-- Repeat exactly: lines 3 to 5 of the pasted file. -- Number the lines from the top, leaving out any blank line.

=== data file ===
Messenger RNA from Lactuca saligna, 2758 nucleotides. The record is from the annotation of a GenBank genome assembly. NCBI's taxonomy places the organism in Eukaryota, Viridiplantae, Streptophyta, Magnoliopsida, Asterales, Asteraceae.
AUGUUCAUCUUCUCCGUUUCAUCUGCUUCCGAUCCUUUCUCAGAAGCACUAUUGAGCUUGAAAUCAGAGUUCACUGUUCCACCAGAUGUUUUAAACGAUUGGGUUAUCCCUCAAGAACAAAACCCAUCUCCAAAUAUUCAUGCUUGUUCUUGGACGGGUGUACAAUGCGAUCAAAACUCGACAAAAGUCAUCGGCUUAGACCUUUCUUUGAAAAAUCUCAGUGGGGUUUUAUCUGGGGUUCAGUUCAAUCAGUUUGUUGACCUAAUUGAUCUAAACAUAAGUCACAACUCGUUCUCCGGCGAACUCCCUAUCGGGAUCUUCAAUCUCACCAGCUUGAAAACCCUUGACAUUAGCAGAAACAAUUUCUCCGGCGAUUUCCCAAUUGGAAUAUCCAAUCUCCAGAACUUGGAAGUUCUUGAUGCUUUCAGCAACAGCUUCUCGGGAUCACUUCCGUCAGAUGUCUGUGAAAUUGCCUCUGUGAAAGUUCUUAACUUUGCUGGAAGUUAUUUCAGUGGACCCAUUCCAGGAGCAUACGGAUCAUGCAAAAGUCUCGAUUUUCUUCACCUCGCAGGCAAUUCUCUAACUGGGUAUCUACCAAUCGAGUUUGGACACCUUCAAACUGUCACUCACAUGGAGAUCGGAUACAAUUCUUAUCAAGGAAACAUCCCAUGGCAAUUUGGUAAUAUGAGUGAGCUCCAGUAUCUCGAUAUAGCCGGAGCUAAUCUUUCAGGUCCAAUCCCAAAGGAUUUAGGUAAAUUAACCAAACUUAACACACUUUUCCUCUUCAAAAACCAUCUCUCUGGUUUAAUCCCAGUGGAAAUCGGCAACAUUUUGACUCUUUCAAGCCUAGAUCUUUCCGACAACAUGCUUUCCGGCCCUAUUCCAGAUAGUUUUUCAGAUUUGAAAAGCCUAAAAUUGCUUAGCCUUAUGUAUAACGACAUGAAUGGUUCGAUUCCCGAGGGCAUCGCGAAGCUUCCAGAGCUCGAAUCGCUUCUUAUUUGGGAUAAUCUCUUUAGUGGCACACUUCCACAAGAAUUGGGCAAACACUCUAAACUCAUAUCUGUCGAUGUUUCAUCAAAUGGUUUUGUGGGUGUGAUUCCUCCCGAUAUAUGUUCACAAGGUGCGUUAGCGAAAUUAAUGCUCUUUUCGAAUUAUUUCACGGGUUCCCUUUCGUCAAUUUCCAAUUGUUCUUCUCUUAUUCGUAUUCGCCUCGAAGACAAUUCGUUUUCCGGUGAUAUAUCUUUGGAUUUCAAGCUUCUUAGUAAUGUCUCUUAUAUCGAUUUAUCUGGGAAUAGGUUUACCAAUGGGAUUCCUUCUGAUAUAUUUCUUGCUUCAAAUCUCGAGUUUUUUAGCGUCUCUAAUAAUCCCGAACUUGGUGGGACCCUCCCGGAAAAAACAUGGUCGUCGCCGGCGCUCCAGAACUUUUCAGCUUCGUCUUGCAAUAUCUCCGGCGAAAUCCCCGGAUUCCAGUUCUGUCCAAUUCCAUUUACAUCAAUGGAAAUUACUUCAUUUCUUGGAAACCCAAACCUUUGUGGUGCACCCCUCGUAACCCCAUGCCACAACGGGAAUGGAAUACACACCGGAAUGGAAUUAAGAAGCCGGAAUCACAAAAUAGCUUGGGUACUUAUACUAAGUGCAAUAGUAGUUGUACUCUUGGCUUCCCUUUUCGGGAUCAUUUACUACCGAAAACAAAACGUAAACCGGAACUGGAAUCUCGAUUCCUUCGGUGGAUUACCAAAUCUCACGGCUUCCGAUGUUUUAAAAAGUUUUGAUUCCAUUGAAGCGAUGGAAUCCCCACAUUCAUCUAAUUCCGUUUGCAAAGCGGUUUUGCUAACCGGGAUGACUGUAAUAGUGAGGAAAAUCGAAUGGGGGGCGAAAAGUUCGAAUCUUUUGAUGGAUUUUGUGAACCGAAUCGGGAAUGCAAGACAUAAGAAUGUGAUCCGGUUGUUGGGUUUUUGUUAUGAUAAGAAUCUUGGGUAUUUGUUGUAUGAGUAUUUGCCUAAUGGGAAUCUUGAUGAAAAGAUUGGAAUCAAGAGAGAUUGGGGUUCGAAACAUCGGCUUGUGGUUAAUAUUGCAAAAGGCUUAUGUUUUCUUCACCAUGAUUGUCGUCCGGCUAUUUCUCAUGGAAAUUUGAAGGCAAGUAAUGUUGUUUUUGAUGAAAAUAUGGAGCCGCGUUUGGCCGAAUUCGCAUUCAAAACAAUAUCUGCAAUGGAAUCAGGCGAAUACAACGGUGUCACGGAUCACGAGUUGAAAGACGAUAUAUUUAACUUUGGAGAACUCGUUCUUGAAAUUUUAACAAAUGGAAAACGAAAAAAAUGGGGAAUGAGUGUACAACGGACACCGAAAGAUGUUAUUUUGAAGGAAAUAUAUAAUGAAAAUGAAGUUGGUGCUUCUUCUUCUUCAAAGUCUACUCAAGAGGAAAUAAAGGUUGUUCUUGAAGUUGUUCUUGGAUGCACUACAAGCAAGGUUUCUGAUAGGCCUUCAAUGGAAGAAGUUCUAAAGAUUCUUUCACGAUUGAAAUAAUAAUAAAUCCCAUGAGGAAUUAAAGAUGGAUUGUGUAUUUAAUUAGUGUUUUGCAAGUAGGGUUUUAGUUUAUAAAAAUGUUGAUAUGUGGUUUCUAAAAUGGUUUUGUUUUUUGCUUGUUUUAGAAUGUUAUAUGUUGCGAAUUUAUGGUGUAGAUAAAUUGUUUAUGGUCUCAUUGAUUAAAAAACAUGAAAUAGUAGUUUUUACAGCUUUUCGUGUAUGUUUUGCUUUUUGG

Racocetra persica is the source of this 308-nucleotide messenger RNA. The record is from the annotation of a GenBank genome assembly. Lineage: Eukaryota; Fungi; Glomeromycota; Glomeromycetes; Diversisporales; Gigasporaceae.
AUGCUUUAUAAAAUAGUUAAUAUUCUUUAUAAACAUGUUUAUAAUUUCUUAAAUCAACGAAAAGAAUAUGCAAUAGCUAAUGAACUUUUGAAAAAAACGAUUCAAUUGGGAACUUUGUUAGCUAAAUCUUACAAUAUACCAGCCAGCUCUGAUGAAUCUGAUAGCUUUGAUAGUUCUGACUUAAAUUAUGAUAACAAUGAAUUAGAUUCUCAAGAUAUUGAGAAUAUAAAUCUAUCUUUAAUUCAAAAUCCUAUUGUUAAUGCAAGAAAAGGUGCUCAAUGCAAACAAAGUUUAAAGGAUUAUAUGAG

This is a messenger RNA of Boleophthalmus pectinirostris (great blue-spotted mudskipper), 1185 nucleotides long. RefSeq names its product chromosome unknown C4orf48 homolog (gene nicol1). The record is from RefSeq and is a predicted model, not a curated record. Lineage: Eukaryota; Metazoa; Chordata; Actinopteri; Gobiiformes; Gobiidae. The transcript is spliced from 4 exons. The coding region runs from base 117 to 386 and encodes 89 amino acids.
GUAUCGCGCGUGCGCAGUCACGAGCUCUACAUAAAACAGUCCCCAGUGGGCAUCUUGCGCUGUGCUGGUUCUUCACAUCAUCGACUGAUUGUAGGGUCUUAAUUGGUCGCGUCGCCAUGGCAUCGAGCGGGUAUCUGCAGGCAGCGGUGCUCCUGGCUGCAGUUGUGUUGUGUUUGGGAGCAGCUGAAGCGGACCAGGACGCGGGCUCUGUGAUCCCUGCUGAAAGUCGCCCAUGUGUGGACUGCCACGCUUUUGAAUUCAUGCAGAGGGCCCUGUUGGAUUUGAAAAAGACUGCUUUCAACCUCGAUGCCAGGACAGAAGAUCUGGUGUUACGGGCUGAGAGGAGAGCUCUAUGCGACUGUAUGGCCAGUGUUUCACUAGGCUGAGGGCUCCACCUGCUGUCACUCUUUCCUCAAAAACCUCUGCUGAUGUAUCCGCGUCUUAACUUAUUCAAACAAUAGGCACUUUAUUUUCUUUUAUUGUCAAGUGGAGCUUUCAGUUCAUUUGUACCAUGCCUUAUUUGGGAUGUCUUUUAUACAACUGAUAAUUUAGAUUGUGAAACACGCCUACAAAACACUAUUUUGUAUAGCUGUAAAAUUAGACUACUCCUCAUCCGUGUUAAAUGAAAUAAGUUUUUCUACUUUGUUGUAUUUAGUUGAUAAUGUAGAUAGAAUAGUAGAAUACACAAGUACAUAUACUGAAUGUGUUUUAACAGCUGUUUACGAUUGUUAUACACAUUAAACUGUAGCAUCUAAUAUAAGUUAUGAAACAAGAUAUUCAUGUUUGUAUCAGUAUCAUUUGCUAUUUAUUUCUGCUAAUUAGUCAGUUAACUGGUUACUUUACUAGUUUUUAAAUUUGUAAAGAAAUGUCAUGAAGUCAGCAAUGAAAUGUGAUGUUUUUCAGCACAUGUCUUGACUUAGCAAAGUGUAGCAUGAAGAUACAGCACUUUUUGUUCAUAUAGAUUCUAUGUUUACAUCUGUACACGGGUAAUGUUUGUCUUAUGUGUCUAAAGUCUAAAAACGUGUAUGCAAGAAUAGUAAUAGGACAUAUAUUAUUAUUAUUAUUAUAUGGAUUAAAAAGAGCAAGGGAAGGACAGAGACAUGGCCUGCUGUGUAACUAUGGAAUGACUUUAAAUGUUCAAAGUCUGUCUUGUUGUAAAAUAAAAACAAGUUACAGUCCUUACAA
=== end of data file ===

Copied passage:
Racocetra persica is the source of this 308-nucleotide messenger RNA. The record is from the annotation of a GenBank genome assembly. Lineage: Eukaryota; Fungi; Glomeromycota; Glomeromycetes; Diversisporales; Gigasporaceae.
AUGCUUUAUAAAAUAGUUAAUAUUCUUUAUAAACAUGUUUAUAAUUUCUUAAAUCAACGAAAAGAAUAUGCAAUAGCUAAUGAACUUUUGAAAAAAACGAUUCAAUUGGGAACUUUGUUAGCUAAAUCUUACAAUAUACCAGCCAGCUCUGAUGAAUCUGAUAGCUUUGAUAGUUCUGACUUAAAUUAUGAUAACAAUGAAUUAGAUUCUCAAGAUAUUGAGAAUAUAAAUCUAUCUUUAAUUCAAAAUCCUAUUGUUAAUGCAAGAAAAGGUGCUCAAUGCAAACAAAGUUUAAAGGAUUAUAUGAG

This is a messenger RNA of Boleophthalmus pectinirostris (great blue-spotted mudskipper), 1185 nucleotides long. RefSeq names its product chromosome unknown C4orf48 homolog (gene nicol1). The record is from RefSeq and is a predicted model, not a curated record. Lineage: Eukaryota; Metazoa; Chordata; Actinopteri; Gobiiformes; Gobiidae. The transcript is spliced from 4 exons. The coding region runs from base 117 to 386 and encodes 89 amino acids.